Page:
Police in Michigan testing bodycams, but cost and privacy issues raise concern
As national pressure grows for police to use body cameras more widely, departments across Metro Detroit are studying the feasibility and cost of the miniature recording devices.
Officers with the Detroit, Farmington Hills, Macomb County Sheriff’s Office and Michigan State Police have tested the viability of bodycams, but the cost of outfitting full staffs is a concern among many department officials.
The bodycam issue is in the forefront of a national debate as a result of the shooting death of an African-American teen by a white police officer in Ferguson, Missouri. Advocates say had the officer been wearing a camera, details of what led to the incident would be more clear and might have stemmed some of the anger that led to nights of rioting and continued protests.
Some federal lawmakers also are calling for police departments to adopt the technology — which can be worn on an officer’s uniform and record hours of interactions with citizens — or risk losing federal funding.
For now, most area police departments say they are studying the issue and none has made it standard. Some say the immediate need is making sure patrol cars have usable dashboard cameras to record police interactions.
“We do have body cameras that we use in undercover purposes,” said Lt. Mike Shaw, spokesman for the State Police. He added that in the Metro Post area one of the bicycle officers who patrols Belle Isle is wearing a bodycam as a test.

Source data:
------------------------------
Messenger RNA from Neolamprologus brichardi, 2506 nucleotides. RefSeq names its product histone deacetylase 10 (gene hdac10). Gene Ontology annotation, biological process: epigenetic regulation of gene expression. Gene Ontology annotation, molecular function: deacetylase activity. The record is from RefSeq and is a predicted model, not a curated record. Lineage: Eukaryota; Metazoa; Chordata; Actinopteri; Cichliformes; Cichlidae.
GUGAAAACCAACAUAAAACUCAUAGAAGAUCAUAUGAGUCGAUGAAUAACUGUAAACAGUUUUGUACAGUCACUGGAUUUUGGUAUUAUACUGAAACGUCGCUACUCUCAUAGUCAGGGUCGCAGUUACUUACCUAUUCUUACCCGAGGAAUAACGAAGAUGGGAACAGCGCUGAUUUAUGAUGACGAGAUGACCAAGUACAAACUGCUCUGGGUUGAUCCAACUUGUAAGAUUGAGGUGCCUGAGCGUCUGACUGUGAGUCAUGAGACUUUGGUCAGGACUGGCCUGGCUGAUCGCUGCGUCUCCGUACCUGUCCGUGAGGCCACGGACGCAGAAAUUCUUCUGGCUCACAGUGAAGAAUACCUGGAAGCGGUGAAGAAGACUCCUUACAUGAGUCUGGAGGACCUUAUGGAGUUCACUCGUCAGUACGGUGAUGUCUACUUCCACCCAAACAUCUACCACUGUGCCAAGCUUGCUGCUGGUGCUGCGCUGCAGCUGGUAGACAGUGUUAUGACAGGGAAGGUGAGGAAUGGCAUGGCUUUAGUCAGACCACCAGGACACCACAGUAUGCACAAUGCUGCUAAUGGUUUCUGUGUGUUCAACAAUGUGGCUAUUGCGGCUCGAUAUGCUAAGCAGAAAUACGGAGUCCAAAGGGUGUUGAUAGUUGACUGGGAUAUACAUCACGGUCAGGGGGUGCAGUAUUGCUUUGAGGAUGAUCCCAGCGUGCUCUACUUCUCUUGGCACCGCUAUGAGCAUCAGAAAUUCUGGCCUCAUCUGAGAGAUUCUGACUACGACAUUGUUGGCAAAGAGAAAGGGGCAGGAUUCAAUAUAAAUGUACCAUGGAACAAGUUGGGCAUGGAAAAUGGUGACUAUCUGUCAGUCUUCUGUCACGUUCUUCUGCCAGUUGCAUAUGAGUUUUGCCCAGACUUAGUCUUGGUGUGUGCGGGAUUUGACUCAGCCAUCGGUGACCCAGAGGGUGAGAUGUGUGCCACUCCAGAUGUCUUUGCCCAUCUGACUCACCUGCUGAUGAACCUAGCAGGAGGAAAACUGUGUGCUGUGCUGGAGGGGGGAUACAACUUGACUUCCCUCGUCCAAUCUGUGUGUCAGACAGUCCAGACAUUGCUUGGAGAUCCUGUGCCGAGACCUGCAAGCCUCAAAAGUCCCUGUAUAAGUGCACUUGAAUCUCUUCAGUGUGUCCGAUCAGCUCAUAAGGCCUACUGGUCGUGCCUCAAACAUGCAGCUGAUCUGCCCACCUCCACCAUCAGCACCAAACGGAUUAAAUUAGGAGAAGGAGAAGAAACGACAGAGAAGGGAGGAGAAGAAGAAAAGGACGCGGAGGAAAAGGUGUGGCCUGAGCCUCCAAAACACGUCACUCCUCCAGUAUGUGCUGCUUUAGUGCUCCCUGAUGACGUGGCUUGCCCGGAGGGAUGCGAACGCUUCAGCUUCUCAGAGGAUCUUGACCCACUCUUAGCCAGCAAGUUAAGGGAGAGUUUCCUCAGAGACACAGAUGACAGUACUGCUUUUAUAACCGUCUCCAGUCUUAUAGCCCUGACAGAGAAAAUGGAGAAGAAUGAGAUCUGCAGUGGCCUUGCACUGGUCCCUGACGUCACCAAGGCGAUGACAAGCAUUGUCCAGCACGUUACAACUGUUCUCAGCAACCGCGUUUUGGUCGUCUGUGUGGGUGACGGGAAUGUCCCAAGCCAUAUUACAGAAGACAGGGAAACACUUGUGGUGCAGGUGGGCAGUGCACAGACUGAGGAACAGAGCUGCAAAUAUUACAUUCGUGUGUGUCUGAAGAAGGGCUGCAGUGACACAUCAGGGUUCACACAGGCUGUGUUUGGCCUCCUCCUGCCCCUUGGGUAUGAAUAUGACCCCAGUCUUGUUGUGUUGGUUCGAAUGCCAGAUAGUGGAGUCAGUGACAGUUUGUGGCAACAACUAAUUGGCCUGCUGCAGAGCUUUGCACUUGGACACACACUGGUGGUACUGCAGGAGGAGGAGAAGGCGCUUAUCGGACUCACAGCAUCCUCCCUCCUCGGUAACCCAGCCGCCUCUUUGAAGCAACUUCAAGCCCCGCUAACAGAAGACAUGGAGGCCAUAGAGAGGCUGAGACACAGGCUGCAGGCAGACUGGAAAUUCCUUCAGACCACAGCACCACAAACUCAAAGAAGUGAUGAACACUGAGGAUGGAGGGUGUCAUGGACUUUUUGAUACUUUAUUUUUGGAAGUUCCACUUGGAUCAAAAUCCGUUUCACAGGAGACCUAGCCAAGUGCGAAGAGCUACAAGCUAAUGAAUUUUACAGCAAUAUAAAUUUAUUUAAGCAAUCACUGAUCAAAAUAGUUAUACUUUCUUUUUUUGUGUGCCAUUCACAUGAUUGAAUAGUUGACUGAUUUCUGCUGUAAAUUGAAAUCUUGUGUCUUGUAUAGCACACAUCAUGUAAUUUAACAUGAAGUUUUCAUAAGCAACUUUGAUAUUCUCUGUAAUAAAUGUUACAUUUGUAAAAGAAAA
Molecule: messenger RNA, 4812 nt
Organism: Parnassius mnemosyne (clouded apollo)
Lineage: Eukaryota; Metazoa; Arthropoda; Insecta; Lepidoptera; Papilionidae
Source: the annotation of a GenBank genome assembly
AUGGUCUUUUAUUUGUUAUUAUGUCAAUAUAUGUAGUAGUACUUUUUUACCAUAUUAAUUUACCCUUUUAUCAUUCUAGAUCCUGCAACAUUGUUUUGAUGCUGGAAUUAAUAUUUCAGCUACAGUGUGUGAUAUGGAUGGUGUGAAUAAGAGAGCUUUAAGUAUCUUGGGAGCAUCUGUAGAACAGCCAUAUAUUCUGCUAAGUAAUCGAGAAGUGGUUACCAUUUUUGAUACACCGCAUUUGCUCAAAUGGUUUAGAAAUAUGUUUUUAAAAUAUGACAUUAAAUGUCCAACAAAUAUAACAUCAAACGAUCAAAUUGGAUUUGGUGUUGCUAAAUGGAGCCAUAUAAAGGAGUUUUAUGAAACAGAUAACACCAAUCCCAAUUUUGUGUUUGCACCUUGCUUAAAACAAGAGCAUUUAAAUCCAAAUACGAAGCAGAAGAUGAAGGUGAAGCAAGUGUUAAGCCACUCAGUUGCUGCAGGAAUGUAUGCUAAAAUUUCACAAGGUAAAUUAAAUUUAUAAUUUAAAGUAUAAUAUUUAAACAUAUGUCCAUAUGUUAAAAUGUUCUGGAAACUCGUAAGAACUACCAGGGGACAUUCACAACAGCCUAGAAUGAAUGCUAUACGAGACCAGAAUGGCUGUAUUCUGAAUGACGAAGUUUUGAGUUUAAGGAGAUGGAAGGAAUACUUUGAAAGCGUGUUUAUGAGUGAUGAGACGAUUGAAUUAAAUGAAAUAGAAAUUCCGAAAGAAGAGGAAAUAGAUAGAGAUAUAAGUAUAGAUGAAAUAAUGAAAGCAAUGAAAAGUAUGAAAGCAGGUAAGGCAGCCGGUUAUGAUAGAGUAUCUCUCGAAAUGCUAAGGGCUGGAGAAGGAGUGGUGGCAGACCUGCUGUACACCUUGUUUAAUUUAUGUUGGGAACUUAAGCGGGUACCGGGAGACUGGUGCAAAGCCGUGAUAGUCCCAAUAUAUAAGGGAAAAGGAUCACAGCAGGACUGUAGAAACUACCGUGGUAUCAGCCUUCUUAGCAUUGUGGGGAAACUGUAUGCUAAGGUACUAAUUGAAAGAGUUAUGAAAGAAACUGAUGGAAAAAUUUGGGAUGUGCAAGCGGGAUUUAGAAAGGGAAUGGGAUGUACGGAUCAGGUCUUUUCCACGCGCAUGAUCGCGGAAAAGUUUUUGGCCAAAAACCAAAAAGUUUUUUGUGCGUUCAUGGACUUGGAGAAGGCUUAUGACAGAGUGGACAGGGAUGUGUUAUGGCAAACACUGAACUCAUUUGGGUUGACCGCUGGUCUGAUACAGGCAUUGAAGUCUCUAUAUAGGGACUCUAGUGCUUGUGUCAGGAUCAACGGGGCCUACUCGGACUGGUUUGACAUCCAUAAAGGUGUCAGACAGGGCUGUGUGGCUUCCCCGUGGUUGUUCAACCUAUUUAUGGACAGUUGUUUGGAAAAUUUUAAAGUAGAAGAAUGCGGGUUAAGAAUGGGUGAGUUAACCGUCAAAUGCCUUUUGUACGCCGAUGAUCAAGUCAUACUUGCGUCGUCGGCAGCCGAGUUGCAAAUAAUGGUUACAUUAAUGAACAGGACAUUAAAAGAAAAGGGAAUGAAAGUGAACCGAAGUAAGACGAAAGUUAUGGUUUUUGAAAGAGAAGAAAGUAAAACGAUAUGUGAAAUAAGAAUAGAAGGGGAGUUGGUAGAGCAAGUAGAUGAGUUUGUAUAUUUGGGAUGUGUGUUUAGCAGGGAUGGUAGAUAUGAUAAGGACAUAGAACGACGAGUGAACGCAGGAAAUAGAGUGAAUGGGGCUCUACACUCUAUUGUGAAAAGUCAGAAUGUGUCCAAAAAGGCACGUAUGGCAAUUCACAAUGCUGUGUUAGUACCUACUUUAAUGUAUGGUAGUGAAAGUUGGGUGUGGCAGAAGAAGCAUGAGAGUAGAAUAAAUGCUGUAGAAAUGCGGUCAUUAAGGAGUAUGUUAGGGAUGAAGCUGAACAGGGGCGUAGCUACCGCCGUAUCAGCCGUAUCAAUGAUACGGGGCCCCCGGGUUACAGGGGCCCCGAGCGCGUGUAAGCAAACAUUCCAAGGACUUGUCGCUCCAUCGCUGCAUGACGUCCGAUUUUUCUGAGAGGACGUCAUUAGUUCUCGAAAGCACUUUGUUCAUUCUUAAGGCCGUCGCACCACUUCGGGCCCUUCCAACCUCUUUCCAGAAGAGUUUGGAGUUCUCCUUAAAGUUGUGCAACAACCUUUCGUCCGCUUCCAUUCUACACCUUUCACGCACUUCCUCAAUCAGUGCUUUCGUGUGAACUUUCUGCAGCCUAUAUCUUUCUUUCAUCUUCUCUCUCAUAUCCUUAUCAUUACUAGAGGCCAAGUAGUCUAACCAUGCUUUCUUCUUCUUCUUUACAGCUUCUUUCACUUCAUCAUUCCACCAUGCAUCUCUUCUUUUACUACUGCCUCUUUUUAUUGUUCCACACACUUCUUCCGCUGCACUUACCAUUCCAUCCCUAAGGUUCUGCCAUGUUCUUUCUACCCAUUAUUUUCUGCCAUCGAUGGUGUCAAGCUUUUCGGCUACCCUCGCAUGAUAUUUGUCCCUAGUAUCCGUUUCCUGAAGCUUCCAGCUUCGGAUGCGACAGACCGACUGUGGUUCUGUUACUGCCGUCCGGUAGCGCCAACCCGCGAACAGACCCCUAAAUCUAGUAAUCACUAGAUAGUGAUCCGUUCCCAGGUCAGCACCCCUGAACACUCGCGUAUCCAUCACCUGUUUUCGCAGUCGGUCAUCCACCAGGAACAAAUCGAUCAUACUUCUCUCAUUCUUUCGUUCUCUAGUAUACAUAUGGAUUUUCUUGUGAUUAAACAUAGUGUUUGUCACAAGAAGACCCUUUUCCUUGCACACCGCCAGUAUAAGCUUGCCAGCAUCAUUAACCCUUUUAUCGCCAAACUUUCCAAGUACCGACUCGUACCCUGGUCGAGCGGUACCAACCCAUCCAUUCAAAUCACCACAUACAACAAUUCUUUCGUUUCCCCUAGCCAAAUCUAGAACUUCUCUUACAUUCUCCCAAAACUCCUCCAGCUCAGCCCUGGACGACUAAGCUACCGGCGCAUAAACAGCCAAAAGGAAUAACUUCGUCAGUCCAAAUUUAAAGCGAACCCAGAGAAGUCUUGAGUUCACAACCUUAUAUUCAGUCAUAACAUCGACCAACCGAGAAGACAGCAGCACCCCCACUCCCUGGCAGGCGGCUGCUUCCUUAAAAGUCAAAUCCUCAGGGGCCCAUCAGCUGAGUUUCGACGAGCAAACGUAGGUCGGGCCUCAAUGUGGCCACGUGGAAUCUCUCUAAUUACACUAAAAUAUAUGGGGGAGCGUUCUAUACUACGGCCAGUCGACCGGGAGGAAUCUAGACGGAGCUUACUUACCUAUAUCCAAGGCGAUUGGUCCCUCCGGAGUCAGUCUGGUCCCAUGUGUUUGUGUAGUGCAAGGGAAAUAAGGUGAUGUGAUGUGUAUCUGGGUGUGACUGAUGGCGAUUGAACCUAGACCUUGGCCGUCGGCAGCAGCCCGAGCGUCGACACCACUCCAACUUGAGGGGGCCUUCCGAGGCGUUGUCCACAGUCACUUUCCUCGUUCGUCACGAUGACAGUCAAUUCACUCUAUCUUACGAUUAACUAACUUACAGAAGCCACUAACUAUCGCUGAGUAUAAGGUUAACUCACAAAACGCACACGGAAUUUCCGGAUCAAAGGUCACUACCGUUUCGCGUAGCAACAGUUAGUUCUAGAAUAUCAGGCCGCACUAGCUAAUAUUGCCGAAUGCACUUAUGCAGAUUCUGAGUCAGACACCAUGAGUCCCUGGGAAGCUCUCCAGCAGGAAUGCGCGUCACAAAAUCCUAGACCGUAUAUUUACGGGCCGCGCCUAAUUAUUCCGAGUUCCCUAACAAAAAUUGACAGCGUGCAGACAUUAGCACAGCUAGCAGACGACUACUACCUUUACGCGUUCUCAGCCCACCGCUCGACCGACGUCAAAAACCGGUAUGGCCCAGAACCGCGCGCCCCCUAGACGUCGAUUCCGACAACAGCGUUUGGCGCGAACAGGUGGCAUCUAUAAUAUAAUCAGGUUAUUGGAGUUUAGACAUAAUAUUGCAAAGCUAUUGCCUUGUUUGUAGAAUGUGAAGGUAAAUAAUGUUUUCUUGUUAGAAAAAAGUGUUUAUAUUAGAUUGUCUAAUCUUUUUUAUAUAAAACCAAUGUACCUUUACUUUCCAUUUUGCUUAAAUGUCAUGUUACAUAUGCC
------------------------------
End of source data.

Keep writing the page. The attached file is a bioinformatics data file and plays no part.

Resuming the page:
Shaw pointed out two drawbacks: Each camera costs about $1,000, making it cost-prohibitive for the MSP force of about 1,300. Secondly, battery life is about four hours. With troopers working 12-hour shifts, they’d have to replace them about three times during each shift.
However, “we do know that our citizen complaints drop dramatically when they know that they are being recorded,” he added.
In Detroit, 18 police officers and two supervisors in the 2nd Precinct took part in a 30-day bodycam pilot program in April.
“The pilot program was a success, and we would love to be able to have bodycams for our officers,” Detroit Police Chief James Craig said.
“They add transparency to what we do, but they also protect officers and help eliminate frivolous lawsuits.”
During the trial, a bodycam captured an incident where an officer used force to restrain a citizen. “It wouldn’t have been captured by the camera in the squad car,” Deputy Chief David LeValley said, adding the camera showed the officer’s actions to be justified.
“The officers who used them found that once citizens realized they were being recorded, they tended to de-escalate their conduct,” LeValley said.
The obstacle is funding, Craig said, and if money was available he would fully support buying cameras for all officers.
Privacy issues raise concern
Farmington Hills Police Chief Chuck Nebus said his department has been “experimenting” with a few models of body cameras loaned to them by manufacturers, but have not bought any or committed to buying any.
“I do believe body cameras are the wave of the future — in five to seven years I suspect they will replace in-car cameras, the technology is that good,” said Nebus, who has a master’s degree in technology.
The proliferation of different versions will require departments to do their homework, he said.